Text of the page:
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Day 13: "Talking to My Body" by Anna Swir

I read Talking to My Body a bit a few months ago. I was amazed then (it was in the 800 books) am still as I continue to read at how simple, or at least informal lines, resonate completely. This is a translation from Polish. Czeslaw Milosz (one of my favorite poets) and Leonard Nathan beautifully translate. I am going to discuss the poems on page 120 and 121. I found the rest just as complete--but the two are reason enough to enjoy and read the rest of the collection.

"A Woman Writer Does Laundry" counterbalances what "women's work" and "women's purpose" is. Women's work always formulaically involves dishes and/or laundry. In this poem, of course, the latter. But, this writer does not just do laundry in the washing machine--no she does it "in the old style. / I wash, I wash, rinse, wring / as did my grandmothers and great grandmothers. / Relaxation." Ha! I think I'm supposed to laugh/cry/become bitter. But, there truthfully is something about repetition that is relaxing--so maybe not completely tongue in cheek. Laundry is balanced as I said with writing and "writing / is suspect." Both as a woman and as a profession in general.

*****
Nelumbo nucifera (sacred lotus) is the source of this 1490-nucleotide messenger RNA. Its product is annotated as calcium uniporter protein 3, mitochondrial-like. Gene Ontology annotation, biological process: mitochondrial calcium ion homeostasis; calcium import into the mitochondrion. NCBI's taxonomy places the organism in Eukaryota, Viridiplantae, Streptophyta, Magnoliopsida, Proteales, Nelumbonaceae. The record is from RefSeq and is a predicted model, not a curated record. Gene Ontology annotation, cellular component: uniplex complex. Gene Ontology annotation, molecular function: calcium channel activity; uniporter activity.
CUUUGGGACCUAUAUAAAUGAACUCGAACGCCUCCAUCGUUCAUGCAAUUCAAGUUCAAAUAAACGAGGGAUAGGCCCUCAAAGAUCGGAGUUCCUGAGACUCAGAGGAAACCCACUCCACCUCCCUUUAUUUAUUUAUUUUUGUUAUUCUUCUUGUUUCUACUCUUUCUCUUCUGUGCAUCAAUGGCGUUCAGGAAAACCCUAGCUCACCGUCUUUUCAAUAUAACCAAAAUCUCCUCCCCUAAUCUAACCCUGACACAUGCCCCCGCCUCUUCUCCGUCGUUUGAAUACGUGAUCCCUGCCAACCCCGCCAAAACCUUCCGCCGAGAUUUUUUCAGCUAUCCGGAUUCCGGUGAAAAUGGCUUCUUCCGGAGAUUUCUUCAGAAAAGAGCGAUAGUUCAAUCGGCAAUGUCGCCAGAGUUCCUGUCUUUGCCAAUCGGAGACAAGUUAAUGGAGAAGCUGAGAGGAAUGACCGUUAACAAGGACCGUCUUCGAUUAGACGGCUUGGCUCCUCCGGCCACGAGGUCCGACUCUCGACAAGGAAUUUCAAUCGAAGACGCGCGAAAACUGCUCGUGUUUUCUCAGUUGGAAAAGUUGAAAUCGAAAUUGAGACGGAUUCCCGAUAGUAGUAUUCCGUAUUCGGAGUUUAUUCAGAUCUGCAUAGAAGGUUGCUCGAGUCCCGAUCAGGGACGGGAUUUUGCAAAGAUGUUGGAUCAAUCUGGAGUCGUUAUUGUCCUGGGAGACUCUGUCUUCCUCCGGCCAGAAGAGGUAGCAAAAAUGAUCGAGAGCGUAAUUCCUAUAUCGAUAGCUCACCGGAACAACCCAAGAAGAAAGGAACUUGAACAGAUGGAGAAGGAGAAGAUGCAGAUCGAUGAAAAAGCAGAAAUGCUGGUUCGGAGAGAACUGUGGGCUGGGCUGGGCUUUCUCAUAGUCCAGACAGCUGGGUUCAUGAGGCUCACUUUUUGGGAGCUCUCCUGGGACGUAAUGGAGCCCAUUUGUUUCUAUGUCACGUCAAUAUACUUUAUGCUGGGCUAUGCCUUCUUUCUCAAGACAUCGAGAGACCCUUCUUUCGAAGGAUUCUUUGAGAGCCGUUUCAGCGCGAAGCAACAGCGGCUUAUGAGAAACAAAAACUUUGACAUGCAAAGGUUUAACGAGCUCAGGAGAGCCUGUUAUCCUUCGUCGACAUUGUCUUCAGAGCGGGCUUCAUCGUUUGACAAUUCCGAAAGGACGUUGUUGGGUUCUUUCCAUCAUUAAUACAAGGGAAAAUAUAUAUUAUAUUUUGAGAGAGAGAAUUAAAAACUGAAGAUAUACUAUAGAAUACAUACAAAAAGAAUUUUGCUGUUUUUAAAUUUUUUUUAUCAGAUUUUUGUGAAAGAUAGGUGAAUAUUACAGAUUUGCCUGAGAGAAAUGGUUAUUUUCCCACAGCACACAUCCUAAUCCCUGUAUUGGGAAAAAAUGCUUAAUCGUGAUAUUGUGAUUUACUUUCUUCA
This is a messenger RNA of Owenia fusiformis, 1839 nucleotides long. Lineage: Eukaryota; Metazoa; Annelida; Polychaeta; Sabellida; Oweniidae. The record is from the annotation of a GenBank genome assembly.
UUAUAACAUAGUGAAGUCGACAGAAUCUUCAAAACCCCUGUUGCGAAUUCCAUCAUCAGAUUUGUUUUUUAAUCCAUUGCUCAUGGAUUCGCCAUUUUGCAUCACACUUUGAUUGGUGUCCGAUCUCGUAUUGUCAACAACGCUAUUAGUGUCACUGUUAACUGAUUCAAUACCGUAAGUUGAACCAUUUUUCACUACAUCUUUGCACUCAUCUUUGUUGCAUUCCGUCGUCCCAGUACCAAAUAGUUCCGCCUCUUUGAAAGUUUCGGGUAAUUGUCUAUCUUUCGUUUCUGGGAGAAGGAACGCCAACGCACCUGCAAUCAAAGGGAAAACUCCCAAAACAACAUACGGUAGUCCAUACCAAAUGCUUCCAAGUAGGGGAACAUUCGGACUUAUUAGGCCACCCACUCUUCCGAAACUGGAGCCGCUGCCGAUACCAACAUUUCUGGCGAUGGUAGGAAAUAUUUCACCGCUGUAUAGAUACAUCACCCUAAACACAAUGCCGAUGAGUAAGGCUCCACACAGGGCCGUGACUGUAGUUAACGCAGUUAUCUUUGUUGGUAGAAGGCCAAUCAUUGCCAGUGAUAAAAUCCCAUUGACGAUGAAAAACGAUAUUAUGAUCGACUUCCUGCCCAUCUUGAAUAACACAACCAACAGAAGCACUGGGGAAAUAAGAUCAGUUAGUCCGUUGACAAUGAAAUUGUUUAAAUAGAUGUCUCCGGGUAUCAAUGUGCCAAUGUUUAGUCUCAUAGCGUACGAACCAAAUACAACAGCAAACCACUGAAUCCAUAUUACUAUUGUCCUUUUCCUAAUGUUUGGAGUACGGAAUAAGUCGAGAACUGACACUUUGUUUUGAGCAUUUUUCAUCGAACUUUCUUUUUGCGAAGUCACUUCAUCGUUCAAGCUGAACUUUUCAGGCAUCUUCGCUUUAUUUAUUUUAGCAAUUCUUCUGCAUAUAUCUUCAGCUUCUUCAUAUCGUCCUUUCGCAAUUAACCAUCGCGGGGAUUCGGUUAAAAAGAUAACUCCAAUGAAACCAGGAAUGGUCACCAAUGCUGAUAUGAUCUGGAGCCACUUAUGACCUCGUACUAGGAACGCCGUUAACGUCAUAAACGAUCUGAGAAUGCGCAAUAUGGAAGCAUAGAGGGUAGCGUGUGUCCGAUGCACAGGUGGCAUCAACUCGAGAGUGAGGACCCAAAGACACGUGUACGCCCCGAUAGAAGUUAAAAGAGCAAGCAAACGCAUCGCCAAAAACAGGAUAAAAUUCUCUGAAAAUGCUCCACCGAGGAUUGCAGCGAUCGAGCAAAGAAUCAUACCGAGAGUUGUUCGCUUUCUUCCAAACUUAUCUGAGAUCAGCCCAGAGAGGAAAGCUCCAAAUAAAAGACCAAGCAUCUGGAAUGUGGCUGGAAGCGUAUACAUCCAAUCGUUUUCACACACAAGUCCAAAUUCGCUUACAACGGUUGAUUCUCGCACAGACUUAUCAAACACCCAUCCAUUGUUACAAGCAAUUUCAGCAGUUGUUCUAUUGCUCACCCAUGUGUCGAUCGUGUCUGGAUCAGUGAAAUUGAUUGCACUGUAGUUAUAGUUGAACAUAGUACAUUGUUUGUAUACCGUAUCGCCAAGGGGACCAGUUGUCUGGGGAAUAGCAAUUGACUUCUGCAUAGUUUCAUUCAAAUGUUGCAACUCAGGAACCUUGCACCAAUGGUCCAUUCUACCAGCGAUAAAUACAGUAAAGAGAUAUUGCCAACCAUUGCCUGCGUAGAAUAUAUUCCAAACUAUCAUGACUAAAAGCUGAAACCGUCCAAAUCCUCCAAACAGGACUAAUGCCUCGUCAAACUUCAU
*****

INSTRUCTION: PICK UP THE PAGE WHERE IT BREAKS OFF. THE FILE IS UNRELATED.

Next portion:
I love how these ideas intersect while making it look effortless.

And just to note, female writers are still discriminated against.

(My pen name is masculinized. I did this to avoid discrimination.)

"Talking to My Body," the title poem, (which comes very late in collection--maybe because of translation?) is fantastic. "My body, you are an animal / for whom ambition / is right. / Splendid possibilities / are open to us." The whole poem resonates with power and precision and echoes the collection that looks to understand aging and also, not just aging, but becoming used and accepting oneself.

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